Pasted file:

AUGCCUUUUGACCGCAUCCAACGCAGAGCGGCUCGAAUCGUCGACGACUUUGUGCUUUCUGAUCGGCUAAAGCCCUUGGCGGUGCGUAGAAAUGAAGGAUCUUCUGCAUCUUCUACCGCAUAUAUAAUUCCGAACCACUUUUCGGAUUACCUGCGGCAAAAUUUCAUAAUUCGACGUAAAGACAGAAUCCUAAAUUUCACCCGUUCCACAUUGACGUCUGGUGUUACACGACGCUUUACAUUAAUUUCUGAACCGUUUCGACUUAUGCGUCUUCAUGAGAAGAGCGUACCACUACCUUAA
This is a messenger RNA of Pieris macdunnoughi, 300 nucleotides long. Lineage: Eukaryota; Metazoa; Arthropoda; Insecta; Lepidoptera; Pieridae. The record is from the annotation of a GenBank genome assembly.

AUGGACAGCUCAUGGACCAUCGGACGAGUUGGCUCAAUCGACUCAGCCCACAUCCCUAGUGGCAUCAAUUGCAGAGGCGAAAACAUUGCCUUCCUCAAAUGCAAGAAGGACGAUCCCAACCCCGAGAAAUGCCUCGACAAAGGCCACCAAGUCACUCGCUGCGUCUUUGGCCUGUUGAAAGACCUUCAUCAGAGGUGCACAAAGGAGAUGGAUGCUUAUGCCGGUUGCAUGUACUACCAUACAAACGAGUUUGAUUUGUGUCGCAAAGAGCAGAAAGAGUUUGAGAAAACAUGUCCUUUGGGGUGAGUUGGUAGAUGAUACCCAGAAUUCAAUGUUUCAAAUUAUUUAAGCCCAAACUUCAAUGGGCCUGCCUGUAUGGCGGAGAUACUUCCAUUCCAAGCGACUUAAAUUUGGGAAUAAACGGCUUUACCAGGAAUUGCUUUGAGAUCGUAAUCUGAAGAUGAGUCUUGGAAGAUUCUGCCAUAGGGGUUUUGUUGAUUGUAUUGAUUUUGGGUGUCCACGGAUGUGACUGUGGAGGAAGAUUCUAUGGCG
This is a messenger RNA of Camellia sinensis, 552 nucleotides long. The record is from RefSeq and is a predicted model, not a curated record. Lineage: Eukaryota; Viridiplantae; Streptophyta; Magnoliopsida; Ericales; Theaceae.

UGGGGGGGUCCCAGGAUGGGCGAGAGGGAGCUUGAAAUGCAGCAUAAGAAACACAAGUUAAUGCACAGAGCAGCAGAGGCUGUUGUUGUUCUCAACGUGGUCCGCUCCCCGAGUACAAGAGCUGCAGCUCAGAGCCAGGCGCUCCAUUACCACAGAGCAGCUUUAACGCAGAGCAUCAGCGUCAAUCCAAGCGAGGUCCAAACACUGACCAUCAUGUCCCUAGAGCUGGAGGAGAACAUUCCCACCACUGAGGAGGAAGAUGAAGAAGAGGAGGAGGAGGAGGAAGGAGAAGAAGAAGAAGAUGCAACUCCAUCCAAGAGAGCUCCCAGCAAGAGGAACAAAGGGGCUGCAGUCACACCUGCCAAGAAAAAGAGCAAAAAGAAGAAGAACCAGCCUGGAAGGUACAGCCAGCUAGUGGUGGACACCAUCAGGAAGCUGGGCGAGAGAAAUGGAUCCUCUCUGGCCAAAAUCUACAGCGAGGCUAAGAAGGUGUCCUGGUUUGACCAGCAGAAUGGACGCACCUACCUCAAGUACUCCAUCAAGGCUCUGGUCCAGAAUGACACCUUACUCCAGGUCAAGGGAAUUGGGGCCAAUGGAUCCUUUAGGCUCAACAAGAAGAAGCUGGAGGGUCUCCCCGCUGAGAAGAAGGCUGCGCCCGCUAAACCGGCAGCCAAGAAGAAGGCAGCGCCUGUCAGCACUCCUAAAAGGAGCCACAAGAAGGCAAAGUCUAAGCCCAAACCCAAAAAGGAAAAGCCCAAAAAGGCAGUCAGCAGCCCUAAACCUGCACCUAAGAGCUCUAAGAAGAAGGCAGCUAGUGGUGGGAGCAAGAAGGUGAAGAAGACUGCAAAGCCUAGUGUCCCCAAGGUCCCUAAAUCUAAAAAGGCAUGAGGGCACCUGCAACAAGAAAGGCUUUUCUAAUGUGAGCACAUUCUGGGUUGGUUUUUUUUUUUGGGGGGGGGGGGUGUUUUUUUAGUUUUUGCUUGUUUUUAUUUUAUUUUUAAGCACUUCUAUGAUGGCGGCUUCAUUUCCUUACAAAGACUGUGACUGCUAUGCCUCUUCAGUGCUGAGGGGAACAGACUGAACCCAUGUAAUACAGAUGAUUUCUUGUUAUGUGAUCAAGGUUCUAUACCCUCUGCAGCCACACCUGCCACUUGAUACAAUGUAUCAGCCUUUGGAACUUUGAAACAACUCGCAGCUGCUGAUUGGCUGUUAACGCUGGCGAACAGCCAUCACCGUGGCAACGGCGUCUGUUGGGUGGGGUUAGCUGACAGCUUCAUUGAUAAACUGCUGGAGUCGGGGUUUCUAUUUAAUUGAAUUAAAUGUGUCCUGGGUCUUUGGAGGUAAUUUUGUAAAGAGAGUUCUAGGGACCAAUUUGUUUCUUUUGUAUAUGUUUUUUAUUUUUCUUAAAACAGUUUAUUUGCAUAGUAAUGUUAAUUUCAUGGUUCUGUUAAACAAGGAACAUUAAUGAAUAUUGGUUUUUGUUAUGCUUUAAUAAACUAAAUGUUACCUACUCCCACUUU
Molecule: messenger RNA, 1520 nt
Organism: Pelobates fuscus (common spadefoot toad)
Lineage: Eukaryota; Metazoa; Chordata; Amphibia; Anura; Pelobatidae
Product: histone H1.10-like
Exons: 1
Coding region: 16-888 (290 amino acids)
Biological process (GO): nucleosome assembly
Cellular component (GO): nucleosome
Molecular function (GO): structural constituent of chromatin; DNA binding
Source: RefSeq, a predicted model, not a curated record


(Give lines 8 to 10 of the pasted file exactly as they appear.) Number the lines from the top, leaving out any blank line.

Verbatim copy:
Lineage: Eukaryota; Metazoa; Chordata; Amphibia; Anura; Pelobatidae
Product: histone H1.10-like
Exons: 1